It looks like you're using an Ad Blocker.

Please white-list or disable AboveTopSecret.com in your ad-blocking tool.

Thank you.

 

Some features of ATS will be disabled while you continue to use an ad-blocker.

 

WiFi question

page: 1
4

log in

join
share:

posted on Oct, 16 2017 @ 08:44 AM
link   
Just announced that basic WiFi protocols have been hacked/breeched, potentially giving hackers access to data sent via ANY WiFi router.

Question: would it be possyto use the same access to Upload viruses and other malware to any devices connected to a WiFi router?

Does this mean that, for safety’ sake we should shut down all WiFi routers until a fix is available?




posted on Oct, 16 2017 @ 09:00 AM
link   
a reply to: Bhadhidar

It does not work that way. Wi-Fi protocols were breached when it first was a thing. The ISP I worked for as a tower climber, one of the guys was so crazy good at what he did as a network engineer that he got me free internet by using a certain chipset in his laptop that was able to interact with the router in such a way that he could get it to read off the password that the network had.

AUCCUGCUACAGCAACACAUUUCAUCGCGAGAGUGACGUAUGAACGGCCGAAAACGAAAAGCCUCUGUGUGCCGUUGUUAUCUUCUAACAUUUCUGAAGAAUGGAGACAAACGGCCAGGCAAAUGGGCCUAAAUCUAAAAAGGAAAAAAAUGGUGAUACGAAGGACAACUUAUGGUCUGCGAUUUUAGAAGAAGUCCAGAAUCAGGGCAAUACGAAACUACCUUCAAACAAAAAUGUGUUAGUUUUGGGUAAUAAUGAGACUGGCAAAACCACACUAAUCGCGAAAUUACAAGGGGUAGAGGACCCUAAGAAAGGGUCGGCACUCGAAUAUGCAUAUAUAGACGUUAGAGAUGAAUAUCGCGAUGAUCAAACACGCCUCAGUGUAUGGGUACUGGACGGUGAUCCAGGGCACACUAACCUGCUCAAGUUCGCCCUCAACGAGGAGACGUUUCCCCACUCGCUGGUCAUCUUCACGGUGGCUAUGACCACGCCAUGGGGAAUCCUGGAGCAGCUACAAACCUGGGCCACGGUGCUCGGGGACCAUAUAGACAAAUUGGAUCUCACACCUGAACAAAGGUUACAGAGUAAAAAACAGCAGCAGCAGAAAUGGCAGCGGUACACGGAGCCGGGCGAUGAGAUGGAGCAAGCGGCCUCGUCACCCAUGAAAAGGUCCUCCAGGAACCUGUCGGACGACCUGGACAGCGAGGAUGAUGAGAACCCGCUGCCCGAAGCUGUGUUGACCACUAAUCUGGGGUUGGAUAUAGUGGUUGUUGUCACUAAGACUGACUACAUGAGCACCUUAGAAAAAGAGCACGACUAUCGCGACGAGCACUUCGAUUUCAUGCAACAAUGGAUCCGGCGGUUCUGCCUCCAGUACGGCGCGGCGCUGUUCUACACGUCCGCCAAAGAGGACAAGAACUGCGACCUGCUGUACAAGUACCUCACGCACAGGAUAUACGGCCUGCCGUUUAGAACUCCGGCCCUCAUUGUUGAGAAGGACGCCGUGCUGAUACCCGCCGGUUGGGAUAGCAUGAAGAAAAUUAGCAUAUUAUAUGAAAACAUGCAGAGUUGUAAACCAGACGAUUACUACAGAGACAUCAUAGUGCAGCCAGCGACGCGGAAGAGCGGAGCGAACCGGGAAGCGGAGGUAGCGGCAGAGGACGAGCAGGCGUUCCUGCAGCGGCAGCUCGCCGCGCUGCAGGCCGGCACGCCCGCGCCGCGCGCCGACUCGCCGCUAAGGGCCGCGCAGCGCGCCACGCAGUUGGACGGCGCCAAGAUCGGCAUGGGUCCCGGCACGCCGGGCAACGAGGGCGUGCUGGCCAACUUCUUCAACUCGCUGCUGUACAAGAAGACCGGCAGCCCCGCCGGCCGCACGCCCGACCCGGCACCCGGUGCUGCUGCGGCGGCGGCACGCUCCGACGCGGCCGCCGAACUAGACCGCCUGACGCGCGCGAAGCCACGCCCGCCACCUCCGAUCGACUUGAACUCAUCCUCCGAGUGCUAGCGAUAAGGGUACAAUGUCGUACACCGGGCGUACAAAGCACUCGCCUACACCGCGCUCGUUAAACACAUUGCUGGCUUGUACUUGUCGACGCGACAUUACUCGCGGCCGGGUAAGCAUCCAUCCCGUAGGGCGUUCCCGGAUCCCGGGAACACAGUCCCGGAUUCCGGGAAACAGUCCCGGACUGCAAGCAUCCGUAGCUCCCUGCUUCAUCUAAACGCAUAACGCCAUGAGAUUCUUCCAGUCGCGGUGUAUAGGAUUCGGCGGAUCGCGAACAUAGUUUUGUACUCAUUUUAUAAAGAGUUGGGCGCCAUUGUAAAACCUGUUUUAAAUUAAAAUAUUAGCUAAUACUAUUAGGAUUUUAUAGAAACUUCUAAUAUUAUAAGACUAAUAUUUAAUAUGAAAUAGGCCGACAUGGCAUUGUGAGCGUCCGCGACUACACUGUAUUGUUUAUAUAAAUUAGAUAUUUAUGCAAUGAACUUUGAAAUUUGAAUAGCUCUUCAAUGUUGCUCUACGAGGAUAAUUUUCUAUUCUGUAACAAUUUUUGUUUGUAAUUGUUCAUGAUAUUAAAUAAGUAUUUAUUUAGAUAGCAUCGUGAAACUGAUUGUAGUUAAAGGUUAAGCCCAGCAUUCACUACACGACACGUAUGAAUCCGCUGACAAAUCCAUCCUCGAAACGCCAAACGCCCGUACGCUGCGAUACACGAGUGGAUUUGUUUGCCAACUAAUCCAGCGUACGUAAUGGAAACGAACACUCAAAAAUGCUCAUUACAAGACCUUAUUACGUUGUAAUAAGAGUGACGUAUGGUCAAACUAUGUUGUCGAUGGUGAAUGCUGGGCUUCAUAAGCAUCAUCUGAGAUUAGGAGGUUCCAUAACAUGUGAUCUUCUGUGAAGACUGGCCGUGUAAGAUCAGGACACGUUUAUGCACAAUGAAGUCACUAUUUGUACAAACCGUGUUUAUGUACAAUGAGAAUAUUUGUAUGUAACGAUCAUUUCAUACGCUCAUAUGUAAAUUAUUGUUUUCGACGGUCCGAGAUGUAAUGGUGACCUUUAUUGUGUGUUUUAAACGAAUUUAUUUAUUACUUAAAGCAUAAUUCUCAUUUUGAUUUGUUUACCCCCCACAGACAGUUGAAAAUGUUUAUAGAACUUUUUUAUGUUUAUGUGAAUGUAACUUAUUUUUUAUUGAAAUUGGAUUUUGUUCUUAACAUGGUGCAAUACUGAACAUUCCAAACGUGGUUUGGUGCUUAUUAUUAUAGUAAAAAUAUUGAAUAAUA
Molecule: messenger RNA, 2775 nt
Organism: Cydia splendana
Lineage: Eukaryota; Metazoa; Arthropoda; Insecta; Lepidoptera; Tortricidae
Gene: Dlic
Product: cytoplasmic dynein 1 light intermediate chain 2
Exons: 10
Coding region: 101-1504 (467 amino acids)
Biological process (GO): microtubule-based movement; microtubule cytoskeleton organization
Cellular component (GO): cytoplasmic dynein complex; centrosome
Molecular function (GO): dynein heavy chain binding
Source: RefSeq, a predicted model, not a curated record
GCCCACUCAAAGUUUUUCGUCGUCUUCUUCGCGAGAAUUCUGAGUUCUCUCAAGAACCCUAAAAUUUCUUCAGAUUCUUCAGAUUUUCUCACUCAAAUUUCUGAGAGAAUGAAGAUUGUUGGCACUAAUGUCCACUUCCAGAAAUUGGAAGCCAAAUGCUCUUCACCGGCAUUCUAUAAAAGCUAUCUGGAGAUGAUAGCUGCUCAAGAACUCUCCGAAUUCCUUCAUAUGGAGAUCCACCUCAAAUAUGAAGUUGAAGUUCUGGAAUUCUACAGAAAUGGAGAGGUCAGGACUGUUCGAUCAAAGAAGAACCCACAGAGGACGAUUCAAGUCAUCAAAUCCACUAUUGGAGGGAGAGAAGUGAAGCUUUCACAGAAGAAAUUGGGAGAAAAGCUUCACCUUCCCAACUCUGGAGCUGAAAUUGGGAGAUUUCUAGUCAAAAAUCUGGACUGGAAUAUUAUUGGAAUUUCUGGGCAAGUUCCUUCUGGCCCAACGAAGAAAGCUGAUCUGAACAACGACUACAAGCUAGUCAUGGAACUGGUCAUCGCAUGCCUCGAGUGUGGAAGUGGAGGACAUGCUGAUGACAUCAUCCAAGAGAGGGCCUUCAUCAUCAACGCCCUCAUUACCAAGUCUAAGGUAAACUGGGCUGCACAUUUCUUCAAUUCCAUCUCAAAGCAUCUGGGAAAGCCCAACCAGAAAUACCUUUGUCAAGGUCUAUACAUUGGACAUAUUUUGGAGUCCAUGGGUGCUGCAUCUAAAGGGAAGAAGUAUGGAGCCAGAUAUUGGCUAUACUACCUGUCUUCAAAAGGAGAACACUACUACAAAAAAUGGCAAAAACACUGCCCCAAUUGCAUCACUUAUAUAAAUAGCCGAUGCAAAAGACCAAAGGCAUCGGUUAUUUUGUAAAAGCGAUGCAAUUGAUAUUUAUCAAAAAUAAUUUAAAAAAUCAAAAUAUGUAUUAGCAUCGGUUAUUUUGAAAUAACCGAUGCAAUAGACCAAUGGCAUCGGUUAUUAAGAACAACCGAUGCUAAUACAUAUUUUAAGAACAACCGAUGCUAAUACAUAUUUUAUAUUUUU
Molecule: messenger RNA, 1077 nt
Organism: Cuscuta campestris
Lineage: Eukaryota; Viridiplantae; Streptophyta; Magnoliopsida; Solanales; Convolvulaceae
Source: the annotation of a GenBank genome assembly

You still have to infect the machine to actually get anything done. At most it would be helpful to always make sure your file sharing is turned off, you have nothing set to discover/share, that you keep your routers firmware updated, and that you never go to, click on anything you are not sure of.

I own an ISP now btw. Life is good.



posted on Oct, 16 2017 @ 09:02 AM
link   

originally posted by: SR1TX
a reply to: Bhadhidar